“Regular Order” in the U.S. Congress and Rhode Island

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Angelo Codevilla summarizes the history of how the U.S. Congress undermined our system of government as the end of “regular order.”  By this, he means the process by which laws were supposed to be reviewed in committee and then passed on the floor, all in full view and deliberation, with each legislator ultimately accountable for votes.  But…

… For over a century, congressmen and senators’ procrastination had pressed legislative business into the last weeks before the end of congressional sessions. Members had noted that they could slip items into bills in frenzied times, which would not have survived regular order’s scrutiny. In the 1970s, some committees started to procrastinate on purpose, so that the end of the government’s fiscal year would come without an appropriation for one or more department of government. The Appropriations Committee would then prepare a “continuing resolution” to substitute for the uncompleted appropriations. These were supposed to just “keep thing going next year as in the previous year,” thus avoiding all issues. At the very least, they obviated whatever major changes anyone might want to make. But it was never that simple: from the beginning, these CRs always had riders. The more influence you had, the more you could slip into the CR.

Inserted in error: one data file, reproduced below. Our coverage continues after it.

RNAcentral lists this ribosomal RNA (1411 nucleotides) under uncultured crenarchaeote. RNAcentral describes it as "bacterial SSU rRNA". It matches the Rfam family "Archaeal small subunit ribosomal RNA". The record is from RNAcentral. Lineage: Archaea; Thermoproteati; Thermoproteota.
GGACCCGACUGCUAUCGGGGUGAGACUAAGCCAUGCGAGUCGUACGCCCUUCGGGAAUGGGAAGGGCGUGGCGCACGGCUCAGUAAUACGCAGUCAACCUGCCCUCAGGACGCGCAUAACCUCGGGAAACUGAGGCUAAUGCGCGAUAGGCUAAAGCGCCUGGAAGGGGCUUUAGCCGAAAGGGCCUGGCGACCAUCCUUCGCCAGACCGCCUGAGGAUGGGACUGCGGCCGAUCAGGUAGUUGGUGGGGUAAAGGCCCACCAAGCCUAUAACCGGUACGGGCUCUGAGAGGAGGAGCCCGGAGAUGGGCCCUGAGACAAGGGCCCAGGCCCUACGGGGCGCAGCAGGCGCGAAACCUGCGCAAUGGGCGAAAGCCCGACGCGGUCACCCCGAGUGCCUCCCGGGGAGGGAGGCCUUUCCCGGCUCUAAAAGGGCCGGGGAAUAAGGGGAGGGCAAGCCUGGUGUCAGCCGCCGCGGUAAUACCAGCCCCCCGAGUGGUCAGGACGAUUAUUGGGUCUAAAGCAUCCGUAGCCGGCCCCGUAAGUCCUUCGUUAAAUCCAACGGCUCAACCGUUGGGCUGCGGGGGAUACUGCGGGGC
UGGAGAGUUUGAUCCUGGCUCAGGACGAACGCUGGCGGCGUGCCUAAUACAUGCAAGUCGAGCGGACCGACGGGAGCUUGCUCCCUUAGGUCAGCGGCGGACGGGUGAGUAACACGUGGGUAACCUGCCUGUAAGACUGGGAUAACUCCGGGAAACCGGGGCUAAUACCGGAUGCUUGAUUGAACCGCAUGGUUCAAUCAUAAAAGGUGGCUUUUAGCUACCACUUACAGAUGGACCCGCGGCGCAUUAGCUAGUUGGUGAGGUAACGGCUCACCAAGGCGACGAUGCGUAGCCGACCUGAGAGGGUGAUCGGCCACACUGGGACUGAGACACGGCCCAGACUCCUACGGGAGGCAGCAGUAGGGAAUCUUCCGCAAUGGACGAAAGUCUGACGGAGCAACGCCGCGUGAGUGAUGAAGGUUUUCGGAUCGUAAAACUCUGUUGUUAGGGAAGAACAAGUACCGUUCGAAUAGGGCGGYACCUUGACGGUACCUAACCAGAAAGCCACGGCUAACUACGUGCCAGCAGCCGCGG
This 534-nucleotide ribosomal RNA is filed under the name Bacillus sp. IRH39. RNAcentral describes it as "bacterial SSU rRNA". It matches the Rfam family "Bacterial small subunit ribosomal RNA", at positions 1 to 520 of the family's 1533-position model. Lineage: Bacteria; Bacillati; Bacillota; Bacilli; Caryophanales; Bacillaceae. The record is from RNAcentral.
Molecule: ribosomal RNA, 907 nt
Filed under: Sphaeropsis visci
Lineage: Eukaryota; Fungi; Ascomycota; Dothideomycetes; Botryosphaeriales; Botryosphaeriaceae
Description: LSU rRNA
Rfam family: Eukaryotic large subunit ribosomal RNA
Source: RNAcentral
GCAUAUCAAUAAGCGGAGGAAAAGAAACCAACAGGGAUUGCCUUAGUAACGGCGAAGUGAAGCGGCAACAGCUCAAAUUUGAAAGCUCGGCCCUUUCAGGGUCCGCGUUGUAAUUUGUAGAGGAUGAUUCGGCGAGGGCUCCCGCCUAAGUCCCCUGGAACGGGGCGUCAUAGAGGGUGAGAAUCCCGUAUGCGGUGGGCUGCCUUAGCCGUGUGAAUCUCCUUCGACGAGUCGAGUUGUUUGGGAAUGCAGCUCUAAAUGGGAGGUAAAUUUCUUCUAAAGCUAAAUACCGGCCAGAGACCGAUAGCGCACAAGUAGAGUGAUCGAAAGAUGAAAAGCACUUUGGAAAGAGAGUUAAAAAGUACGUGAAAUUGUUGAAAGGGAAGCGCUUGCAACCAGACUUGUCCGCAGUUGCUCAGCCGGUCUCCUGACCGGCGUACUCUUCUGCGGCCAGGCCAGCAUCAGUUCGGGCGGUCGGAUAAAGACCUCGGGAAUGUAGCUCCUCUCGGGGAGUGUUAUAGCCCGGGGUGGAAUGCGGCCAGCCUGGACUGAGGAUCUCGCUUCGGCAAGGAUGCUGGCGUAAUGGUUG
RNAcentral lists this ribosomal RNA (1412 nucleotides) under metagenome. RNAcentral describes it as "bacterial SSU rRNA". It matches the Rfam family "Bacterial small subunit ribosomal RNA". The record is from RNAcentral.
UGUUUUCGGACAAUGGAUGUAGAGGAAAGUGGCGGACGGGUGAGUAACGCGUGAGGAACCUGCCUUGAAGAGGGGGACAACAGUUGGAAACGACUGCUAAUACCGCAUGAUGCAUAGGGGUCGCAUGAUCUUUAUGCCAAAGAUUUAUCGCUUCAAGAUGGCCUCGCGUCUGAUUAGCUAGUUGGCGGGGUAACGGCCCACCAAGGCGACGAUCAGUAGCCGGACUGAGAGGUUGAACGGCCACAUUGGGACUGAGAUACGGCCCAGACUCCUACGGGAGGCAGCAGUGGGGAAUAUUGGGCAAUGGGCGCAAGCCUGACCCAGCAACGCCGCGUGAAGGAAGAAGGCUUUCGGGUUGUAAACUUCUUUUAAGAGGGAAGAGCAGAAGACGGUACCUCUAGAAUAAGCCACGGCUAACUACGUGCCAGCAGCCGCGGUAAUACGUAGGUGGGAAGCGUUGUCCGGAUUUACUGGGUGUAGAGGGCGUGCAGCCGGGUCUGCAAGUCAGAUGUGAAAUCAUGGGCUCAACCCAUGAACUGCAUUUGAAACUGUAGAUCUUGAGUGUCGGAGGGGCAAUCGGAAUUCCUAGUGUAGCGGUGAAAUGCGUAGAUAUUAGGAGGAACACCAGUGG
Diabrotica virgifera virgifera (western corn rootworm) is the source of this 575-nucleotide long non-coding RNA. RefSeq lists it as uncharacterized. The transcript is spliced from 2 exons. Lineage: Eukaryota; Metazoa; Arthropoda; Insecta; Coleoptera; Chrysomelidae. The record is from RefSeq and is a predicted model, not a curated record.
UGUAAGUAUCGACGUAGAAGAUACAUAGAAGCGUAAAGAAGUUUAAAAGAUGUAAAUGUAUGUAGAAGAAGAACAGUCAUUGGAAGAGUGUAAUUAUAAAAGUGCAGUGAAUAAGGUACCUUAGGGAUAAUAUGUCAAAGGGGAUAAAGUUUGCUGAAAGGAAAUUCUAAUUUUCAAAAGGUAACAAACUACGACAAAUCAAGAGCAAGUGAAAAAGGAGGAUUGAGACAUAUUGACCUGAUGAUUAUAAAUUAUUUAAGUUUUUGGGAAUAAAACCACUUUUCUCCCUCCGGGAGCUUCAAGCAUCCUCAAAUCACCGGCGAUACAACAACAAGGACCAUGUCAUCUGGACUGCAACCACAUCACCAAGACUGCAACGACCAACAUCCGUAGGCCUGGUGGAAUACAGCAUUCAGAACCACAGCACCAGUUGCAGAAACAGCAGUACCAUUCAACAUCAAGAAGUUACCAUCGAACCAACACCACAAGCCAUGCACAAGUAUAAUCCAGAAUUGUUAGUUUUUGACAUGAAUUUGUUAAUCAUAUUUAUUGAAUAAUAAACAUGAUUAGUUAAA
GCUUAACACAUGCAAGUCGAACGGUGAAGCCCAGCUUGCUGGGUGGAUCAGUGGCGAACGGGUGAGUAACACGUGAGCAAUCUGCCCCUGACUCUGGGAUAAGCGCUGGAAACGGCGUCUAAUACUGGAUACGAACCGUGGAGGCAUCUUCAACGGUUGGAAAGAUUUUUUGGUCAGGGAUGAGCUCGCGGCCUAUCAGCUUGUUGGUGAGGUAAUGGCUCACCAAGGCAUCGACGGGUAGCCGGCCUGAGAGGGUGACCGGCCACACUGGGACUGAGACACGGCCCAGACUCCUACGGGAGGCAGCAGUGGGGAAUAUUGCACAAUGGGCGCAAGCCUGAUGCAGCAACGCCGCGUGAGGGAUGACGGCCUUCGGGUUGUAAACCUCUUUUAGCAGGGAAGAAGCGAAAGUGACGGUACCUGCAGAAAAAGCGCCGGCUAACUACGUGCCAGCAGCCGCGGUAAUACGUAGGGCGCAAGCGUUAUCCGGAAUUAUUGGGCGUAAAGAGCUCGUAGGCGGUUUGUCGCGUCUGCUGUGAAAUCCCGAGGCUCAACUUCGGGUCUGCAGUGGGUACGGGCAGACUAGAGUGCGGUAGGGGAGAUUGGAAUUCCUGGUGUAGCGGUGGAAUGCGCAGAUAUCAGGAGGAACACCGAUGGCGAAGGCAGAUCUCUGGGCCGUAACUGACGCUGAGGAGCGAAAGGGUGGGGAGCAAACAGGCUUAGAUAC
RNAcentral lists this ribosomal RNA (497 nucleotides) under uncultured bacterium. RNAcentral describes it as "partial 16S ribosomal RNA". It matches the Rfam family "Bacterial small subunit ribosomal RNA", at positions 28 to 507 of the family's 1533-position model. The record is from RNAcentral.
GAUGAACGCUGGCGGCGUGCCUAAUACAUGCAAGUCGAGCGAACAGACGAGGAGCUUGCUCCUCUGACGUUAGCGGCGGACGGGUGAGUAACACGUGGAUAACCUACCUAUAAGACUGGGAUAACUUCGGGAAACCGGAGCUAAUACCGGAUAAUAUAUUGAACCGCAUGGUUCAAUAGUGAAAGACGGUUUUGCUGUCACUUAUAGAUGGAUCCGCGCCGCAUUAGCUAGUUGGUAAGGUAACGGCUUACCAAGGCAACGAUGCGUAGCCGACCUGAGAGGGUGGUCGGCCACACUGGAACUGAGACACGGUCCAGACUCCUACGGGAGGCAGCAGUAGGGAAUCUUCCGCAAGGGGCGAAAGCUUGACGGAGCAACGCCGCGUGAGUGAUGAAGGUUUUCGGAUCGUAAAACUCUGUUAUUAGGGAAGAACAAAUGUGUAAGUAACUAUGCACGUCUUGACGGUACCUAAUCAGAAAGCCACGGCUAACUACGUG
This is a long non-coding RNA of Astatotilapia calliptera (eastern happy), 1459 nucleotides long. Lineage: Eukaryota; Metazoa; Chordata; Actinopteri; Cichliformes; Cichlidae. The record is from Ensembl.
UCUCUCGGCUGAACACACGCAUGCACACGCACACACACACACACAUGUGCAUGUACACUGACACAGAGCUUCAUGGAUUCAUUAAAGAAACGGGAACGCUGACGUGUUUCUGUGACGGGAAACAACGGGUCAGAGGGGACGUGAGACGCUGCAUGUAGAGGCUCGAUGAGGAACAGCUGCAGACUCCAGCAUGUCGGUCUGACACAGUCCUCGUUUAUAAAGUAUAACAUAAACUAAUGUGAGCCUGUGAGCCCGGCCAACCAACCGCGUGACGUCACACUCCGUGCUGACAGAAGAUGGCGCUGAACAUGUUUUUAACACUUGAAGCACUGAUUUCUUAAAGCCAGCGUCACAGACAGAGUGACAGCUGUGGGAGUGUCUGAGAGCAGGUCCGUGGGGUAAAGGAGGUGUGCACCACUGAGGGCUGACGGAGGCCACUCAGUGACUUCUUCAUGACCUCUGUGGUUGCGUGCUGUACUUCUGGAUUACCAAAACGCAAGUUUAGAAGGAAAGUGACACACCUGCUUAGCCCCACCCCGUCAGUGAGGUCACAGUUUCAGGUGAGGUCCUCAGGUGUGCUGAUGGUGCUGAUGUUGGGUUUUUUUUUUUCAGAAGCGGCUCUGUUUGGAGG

This gave leadership more power, because they had more leeway to determine what could and couldn’t be “slipped into” continuing resolutions.  In the last decade, according to Codevilla, Harry Reid pushed Congress to the final step, essentially making continuing resolutions the rule for the whole budget and, therefore, the whole government.

If this sounds familiar to local ears, it’s because this is exactly the way in which the Rhode Island legislature operates.  The entire session is warm-up and theatrics for a final push during which the action is frenzied, the rules are suspended, and legislative leaders have all of the say.

The solution is the same, too:  Voters have to insist on regular order, not a few oligarchs who leverage a weak version of representative democracy for their own benefit.  Unfortunately, the corrupt system works well for special interests, too, who corrupt our electoral system.



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